40. Today’s unanimous resolution, in my opinion, constitutes a substantive response by the Council on behalf of legitimacy and international law. However, appreciative as my delegation is of the sincere, forthright and undaunted stand which the members of the Council who have spoken have taken, it is unavoidably disconcerting to the Government and people of Jordan, on whose behalf I have presented the complaint, to find that the brave, sincere and forthright words of the resolution have not as yet been matched by concrete action to stop the haemorrhage and end the cannibalization of the Palestinian people, on the spot. Indeed, even before we started this debate, one of the leading newspapers in Amman asked what was the use of obtaining more verbal condemnations and more admonitions when the real issue at stake was nothing less that the fat an survival of a whole people. Judging by Israelis practices and declared policies, I am sure that the Council would agree with me that verbal resolutions, though reflecting the conscience of mankind, international law and basic human rights, will be of little avail until the time comes-as surely it will-when they are given concrete embodiment.

41. Colonization has already absorbed more than 31.4 per cent of the total area of the tiny occupied West Bank and Jerusalem alone, let alone the other occupied Palestinian and Arab territories. What can I or anyone else tell hard-working farmers and other categories of the population? Would the best of resolutions have restored an inch of their usurped lands or a cubic metre of their limited water, or would it have enhanced by one iota the chances of the Palestinian exiles returning to their rapidly shrinking homeland? But I should not belittle the fact that, perhaps for the first time in the deliberations of the Council, there is an action-oriented reference to dismantling the illegitimate Israeli settlements. This is, in my opinion, one of the magic keys to the prospect of a just, comprehensive and lasting peace in the Middle East.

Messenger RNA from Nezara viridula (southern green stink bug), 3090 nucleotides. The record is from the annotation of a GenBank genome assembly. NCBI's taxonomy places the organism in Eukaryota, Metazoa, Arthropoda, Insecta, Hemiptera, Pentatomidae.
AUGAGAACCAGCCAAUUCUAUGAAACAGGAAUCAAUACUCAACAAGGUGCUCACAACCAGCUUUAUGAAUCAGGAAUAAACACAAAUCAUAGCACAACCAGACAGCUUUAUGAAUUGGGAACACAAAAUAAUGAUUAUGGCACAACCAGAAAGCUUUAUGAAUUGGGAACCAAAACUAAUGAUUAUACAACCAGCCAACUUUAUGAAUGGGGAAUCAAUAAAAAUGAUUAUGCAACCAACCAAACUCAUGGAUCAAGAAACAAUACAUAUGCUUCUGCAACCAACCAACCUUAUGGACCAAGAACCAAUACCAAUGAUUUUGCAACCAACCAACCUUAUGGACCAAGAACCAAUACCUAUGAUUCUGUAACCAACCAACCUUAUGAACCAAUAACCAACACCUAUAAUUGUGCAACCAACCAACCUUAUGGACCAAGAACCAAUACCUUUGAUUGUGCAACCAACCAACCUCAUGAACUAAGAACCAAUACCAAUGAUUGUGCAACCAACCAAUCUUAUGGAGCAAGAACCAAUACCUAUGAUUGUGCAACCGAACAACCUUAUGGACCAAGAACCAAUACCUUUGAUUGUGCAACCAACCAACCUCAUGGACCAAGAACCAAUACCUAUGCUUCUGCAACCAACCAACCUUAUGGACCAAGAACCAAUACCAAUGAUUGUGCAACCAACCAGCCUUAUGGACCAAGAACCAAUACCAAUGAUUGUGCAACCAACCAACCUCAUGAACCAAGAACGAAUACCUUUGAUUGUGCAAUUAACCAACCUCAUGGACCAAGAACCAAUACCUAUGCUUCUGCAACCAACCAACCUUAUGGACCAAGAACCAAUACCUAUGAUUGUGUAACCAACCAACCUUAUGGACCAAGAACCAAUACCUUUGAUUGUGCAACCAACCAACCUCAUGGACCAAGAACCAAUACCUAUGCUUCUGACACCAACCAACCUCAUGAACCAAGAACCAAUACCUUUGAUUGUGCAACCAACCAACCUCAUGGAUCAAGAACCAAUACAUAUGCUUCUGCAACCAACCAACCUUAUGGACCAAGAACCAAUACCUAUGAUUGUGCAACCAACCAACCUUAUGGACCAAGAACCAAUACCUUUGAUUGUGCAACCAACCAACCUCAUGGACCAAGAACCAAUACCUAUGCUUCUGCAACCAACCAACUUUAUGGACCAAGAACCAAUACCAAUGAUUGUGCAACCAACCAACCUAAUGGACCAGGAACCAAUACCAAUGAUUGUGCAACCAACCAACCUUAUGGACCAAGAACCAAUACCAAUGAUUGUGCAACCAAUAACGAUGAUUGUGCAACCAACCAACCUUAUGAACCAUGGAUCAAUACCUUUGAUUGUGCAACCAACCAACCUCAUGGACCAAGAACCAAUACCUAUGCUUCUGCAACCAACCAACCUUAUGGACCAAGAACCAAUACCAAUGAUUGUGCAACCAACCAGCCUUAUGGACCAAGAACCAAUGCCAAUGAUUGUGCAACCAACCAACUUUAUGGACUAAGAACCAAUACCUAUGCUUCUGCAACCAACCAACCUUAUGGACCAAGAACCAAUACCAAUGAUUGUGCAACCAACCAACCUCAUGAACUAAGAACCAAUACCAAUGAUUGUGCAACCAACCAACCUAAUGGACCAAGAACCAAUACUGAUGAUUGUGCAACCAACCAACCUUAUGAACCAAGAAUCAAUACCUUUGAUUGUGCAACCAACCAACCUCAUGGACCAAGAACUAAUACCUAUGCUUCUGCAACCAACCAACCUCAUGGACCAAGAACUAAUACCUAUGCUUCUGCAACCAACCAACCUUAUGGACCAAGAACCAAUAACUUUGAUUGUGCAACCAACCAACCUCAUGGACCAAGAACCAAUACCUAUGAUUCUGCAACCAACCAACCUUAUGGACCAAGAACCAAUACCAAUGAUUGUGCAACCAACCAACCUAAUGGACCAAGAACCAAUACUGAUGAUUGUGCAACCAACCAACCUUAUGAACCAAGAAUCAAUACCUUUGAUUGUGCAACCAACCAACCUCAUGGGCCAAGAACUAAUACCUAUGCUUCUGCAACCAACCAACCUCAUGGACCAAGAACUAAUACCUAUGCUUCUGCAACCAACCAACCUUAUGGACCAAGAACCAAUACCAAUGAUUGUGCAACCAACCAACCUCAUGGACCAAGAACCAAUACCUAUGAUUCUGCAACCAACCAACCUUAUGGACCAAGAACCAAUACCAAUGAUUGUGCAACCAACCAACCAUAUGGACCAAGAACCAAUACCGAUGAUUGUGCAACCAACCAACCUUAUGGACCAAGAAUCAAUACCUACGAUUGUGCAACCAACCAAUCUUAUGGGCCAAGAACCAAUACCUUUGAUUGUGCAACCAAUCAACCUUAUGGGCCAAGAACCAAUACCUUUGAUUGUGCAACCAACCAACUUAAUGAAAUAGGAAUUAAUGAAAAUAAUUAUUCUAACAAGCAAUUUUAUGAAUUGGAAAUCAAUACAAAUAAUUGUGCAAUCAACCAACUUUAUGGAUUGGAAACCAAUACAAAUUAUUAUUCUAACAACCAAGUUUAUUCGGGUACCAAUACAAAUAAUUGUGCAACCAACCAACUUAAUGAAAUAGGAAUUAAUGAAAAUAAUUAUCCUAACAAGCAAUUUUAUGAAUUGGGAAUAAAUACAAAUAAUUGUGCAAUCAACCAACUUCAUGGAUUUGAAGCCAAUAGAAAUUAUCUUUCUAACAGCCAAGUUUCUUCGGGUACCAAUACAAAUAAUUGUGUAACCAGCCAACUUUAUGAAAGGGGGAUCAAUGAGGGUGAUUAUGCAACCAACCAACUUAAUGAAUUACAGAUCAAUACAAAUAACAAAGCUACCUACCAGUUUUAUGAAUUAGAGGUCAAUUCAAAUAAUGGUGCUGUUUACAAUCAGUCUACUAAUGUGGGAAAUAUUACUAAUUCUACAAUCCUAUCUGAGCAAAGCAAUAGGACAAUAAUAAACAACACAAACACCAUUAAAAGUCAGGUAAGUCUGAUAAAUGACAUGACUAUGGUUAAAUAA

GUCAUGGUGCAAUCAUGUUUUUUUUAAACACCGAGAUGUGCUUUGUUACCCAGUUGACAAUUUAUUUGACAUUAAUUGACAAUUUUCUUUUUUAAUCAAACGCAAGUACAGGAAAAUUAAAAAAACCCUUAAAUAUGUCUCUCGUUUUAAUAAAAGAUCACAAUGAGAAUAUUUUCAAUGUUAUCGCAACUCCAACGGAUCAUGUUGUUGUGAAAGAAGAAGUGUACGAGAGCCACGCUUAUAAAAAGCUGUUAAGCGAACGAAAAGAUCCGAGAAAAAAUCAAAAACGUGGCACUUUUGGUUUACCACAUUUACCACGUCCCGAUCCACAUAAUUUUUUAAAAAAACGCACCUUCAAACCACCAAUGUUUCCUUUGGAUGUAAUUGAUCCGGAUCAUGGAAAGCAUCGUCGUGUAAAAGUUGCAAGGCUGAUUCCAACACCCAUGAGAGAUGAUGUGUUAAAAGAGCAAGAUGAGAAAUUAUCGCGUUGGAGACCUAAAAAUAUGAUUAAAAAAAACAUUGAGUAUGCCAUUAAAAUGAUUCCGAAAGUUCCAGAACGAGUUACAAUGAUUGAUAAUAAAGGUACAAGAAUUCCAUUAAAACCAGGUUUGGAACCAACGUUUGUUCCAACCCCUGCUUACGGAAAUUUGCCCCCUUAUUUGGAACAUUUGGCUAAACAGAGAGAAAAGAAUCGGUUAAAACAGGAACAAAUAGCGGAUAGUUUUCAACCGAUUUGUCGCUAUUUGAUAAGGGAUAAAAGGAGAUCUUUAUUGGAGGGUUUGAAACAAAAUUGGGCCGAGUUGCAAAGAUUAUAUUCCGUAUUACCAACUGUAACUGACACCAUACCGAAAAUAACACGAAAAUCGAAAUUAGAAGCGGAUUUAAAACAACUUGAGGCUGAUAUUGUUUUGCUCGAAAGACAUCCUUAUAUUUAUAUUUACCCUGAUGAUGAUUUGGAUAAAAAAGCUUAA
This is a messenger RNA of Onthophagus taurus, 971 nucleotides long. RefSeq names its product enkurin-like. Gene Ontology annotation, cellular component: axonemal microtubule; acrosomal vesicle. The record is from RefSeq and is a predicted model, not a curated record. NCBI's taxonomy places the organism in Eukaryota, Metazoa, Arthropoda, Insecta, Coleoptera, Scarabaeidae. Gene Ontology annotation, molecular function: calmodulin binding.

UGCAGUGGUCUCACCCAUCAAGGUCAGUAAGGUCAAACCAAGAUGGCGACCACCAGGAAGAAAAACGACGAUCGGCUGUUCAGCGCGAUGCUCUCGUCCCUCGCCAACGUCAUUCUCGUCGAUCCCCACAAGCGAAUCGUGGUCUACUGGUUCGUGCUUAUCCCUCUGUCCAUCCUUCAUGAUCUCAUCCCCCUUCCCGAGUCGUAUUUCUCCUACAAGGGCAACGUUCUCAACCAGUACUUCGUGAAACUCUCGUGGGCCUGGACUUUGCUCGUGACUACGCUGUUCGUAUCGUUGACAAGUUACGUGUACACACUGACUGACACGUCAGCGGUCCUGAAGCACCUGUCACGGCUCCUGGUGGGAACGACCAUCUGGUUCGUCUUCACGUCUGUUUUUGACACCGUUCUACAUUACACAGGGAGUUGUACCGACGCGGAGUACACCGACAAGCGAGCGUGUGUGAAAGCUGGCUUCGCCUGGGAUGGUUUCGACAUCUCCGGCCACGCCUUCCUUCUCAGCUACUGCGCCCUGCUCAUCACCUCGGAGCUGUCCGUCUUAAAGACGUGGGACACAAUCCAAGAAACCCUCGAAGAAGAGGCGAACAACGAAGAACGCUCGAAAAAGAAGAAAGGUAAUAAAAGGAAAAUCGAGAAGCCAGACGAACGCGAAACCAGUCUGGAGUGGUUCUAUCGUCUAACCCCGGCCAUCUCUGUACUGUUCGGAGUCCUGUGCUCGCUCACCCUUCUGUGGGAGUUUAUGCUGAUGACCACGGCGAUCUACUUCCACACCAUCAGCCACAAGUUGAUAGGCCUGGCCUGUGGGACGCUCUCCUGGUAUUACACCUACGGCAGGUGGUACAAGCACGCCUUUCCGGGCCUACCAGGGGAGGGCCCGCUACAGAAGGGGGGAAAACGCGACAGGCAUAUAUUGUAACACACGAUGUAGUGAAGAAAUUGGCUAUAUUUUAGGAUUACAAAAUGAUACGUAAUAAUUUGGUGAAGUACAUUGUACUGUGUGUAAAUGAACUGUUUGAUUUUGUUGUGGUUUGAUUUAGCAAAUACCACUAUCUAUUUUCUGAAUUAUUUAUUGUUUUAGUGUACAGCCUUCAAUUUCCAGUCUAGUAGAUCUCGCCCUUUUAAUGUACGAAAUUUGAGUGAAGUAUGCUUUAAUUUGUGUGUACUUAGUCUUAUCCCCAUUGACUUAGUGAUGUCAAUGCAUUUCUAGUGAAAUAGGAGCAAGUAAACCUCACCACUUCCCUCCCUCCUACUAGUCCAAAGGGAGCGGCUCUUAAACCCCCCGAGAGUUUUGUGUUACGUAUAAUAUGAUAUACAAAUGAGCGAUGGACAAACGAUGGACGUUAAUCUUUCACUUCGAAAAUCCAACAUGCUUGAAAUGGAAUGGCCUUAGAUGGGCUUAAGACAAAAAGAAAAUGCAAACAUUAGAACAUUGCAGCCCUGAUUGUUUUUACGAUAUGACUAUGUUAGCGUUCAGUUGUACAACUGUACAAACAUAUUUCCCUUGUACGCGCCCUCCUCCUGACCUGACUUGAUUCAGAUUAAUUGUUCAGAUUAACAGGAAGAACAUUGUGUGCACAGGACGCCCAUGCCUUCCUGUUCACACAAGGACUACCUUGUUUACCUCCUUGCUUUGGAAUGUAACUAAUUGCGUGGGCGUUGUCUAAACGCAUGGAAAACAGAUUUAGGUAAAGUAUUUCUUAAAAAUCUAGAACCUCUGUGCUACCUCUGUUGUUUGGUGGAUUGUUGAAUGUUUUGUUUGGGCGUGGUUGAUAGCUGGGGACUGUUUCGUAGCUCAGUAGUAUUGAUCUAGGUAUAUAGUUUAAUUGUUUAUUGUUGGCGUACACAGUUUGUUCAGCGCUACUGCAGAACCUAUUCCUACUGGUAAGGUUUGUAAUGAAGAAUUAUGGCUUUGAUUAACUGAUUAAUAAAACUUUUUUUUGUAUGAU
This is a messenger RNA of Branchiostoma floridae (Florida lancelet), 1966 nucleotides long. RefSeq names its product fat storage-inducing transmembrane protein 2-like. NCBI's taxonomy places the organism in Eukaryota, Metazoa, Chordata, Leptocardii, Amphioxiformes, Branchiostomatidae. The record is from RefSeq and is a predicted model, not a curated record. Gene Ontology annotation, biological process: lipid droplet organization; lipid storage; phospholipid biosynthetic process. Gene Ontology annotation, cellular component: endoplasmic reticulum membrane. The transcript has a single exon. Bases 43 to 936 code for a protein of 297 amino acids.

42. I should be less than fair if I did not express appreciation for the spirit that prompted the formulation of the resolution; but I should be a hypocrite if I danced with joy over its adoption, however glad I may be that it has been adopted. Our people have been matured by monumental adversity and know how to distinguish between words and deeds; they have been through such adversity for decades and decades on end. But they will be encouraged by the knowledge that the highest executive organ in the world has reached unanimous agreement as to the crux of the issue. I wish to express my satisfaction that the Government of United States has joined in that agreement, which had hitherto existed among other members of the Council I owe it to the Council to tell the truth as best I can and to convey on behalf of my delegation our heartfelt misgivings at the fact that the resolution does not as yet provide practical and effective measures to safeguard the Palestinian people in their hour of distress.

43. However, I should like to say a few words in conclusion.

44. Justice and freedom will always prevail in God’s measured time over injustice and tyranny. Our people will never, until eternity, forsake their ancestral and hollowed soil. The fascist aggression during the Second World War and the imperial Reich and its New Order were tailored to last for a thousand years; they lasted a handful of years. Not being endowed with any gifts of prophecy I cannot foretell the duration of Greater Israel’s new Reich, but I can foretell one thing: that being inherently and monumentally unjust, it has sown the seeds of its own undoing in its expansionist form when the dynamics of history and eternal justice will have run their course. We have pleaded over the years for just coexistence, only to be brutally rebuffed. In fact, at certain moments, there were doubts whether the Palestinian people existed as a people at all. The Israelis have conclusively chosen the path of a monolithic, exclusivist existence. Time alone will reveal to them the folly of their choice, but it is our earnest hope that such a dangerous course will soon be reversed for the sake of would peace, justice and the rule of law.

45. I trust that the Council will be closely monitoring the outcome of its resolution and the compliance or otherwise of the Israeli authorities.

46. The PRESIDENT: The next speaker is the representative of Israel. I invite him to take a place at the Council table and to make his statement.